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N. Korea warns U.S. against 'pestering'

SEOUL, South Korea &

North Korea stoked regional tensions today, threatening more nuclear tests and saying additional sanctions imposed on it would be considered an act of war, as nervous neighbors raced to bolster defenses and punish Pyongyang.

South Korea said it was making sure its troops were prepared for atomic warfare, and Japan imposed new economic sanctions to hit the economic lifeline of the communist nation's — million-member military, the world's fifth-largest.

North Korea, in its first formal statement since Monday's claimed atomic bomb test, hailed the blast as a success and said attempts by the outside world to penalize North Korea with sanctions would be considered an act of war.

Further pressure will be countered with physical retaliation, the North's Foreign Ministry warned in a statement carried by the official Korean Central News Agency.

"If the U.S. keeps pestering us and increases pressure, we will regard it as a declaration of war and will take a series of physical corresponding measures," the statement, said without specifying what those measures could be.

President Bush called for stiff sanctions on North Korea and said the United States has "no intentions of attacking" the reclusive regime. He said he remains committed to diplomacy, but also "reserves all options to defend our friends in the region."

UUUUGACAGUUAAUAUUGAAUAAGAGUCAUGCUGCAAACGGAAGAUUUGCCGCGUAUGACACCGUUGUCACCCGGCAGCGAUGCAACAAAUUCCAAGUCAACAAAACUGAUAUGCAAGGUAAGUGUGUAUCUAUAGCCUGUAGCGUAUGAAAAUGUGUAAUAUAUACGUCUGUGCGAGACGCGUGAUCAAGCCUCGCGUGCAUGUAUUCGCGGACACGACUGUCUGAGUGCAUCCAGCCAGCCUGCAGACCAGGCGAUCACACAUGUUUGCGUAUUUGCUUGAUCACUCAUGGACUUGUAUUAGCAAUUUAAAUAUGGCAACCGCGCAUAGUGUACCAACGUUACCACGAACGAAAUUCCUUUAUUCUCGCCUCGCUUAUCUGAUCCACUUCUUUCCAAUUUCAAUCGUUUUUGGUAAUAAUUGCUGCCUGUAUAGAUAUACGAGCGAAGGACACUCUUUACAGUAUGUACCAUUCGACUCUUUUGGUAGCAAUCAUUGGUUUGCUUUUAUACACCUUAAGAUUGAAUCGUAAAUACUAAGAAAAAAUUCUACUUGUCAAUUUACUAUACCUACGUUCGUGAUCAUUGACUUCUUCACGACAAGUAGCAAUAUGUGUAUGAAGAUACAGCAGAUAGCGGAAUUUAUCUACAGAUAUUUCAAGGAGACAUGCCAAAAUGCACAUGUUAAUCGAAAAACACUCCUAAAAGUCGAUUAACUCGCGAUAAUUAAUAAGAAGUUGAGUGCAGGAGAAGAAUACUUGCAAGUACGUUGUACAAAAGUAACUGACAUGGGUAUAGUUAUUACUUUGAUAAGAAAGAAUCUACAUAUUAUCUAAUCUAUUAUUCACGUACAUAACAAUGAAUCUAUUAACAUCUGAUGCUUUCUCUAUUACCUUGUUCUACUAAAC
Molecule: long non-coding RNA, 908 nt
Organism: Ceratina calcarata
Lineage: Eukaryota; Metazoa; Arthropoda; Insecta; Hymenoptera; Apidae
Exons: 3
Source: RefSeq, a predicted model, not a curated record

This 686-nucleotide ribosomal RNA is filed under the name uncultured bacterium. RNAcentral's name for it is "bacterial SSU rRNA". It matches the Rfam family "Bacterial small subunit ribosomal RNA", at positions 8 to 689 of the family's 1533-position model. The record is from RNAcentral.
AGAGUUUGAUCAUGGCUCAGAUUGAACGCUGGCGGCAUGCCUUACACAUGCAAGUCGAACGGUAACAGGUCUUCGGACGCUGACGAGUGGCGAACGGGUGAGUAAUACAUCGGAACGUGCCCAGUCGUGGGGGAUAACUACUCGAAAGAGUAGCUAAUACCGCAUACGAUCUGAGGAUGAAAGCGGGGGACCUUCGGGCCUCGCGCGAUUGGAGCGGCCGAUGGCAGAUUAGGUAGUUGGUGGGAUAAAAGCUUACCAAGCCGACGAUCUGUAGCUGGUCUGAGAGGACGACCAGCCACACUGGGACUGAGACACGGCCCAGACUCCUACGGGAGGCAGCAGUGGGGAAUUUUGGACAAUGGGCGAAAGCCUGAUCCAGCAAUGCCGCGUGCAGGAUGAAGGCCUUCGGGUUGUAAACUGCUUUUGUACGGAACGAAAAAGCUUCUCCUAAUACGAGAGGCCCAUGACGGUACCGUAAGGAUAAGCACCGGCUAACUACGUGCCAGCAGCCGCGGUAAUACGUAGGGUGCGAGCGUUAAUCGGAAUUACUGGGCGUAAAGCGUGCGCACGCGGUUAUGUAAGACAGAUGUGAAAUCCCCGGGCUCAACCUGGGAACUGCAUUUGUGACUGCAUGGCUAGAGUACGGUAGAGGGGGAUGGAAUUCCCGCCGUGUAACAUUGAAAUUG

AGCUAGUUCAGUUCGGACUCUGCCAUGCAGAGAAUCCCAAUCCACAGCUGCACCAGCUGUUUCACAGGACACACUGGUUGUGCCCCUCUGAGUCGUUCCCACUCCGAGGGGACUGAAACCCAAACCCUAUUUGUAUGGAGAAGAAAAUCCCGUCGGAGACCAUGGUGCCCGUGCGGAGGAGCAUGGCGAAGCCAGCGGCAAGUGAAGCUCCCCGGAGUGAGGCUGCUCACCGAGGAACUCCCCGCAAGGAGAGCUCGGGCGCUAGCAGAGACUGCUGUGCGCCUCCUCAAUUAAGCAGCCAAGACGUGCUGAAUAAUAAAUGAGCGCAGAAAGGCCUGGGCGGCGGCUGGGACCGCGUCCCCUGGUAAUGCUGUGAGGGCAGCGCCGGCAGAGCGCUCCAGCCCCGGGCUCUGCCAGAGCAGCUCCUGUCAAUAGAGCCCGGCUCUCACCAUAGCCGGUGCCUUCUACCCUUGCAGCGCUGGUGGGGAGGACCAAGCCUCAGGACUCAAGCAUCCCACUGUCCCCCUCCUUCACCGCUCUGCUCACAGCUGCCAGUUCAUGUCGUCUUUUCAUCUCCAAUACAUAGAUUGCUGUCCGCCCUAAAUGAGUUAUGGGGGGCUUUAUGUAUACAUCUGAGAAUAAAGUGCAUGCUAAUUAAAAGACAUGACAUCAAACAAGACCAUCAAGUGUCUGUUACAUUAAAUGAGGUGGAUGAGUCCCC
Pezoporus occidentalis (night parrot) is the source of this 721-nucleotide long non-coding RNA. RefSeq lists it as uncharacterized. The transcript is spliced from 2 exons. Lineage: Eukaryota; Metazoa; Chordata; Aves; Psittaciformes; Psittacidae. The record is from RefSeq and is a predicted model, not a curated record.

As Bush spoke, U.N. Secretary-General Kofi Annan urged Washington to hold one-on-one talks with Pyongyang, something the U.S. has refused to do.

"I have always argued that we should talk to parties whose behavior we want to change, whose behavior we want to influence, and from that point of view I believe that ... (the) U.S. and North Korea should talk," Annan said.

Annan also called on the communist nation not to escalate an "extremely difficult" situation.

North Korea's No. 2 leader Kim Yong Nam threatened in an interview with a Japanese news agency that there also would be more nuclear tests if Washington continued what he called its "hostile attitude."

Kim, second to North Korean leader Kim Jong Il, told Kyodo News agency that further nuclear testing would hinge on U.S. policy toward his communist government.

"The issue of future nuclear tests is linked to U.S. policy toward our country," Kim Yong Nam was quoted as saying when asked whether Pyongyang will conduct more tests.

A special envoy of Chinese President Hu Jintao left today for the United States and Russia, China's Foreign Ministry said. State Councilor Tang Jiaxuan will stop in Washington and Moscow on a "working visit as a special envoy of the president," the ministry said without giving other details.